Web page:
LANSING (AP) – State lawmakers get back to work this week with the hefty task of resolving a state budget deficit of at least $400 million.
The Legislature, which broke for a two-week Thanksgiving recess, begins a last-minute sprint to the end of the two-year session.
Any bills not passed by Dec. 31 will have to be re-introduced and begin the legislative process all over again next year if they’re to be enacted.
Attention this week – and continuing into the new legislative session next month – is expected to focus on the tattered state budget. In addition to the current deficit in the 2002-03 budget, incoming Gov. Jennifer Granholm is expected to confront a budget shortage of roughly $1.8 billion for the 2003-2004 budget.
The first step in attacking that fiscal problem has been planned with the scheduling of a revenue estimating conference for Jan. 14. State officials will use it to estimate how much money they’ll have to draft a 2003-04 budget for the fiscal year which begins Oct. 1
At the conference, the directors of the House and Senate fiscal agencies and the state treasurer will decide on a revenue estimate that is to be used by Granholm’s administration in writing her first executive budget recommendations.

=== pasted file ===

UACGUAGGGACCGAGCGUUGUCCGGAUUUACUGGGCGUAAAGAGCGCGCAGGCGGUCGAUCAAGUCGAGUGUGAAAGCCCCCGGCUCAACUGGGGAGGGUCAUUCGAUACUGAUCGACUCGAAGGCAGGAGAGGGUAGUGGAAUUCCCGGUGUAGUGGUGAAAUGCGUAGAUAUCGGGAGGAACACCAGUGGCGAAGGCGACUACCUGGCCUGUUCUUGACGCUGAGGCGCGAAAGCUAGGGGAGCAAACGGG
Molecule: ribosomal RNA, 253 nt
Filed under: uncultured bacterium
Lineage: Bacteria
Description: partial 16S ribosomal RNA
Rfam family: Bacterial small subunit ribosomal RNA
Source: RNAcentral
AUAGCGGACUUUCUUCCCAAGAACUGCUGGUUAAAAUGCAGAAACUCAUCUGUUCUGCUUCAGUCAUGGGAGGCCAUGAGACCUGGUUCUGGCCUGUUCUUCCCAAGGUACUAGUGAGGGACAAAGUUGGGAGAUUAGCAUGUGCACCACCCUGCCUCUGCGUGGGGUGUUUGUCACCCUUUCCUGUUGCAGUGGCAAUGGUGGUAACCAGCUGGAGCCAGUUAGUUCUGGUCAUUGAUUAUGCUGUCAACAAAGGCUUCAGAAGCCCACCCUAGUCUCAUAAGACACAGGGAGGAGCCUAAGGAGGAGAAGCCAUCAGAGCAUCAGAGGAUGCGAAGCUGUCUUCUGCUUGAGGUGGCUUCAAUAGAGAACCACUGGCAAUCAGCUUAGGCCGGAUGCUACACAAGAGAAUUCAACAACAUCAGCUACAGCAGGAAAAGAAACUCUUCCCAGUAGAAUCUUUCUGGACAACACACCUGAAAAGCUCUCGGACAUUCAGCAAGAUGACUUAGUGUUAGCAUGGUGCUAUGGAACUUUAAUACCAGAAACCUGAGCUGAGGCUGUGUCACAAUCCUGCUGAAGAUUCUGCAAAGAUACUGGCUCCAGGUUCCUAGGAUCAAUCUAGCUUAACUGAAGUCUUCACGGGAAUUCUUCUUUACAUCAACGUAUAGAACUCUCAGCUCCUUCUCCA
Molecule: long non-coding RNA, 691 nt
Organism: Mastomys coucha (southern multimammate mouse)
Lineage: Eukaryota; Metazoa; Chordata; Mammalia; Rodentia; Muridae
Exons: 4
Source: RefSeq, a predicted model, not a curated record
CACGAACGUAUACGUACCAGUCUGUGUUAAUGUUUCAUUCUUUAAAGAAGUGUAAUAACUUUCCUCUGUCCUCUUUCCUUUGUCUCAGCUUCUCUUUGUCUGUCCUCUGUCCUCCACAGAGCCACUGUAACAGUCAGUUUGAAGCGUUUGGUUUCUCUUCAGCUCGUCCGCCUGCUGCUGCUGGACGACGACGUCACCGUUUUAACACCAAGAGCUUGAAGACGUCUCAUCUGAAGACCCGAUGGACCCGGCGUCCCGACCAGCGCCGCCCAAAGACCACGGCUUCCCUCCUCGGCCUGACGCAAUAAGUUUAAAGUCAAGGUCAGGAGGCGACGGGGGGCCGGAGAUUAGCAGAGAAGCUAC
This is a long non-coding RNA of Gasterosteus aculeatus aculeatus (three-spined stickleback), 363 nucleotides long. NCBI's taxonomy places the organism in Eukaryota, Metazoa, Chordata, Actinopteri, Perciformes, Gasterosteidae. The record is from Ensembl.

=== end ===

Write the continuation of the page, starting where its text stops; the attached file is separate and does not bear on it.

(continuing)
But first things first.
The state House and Senate appropriations committees are scheduled to meet Thursday morning to consider Gov. John Engler’s executive order to trim the current budget.
It is expected to include about $470 million in cuts for this year’s budget, which already has been enacted for the fiscal year which began Oct. 1.
“It will be one of the busiest weeks in the career of many lawmakers,” said Todd Harcek, spokesman for House Appropriations Chairman Marc Shulman (R-West Bloomfield).
Members of the appropriations committees received notice of the executive order last week.
The executive order is expected to mean cuts of between 1 percent and 5 percent in state revenue sharing for local governments, as well as grants for universities and state departments.
Michigan is required by the state constitution to have a balanced budget. A resolution for the 2002-2003 budget deficit won’t be able to rely heavily on the state’s rainy day fund because the state budget director is expected to withdraw about $200 million from that pot to resolve last year’s budget deficit.
Now the rainy day fund, or the Budget Stabilization Fund, has a balance of about $250 million, according to the nonpartisan House Fiscal Agency.
While the budget occupies center stage this week, lawmakers have late issues to concentrate on as they move toward Christmas vacation and the end of session.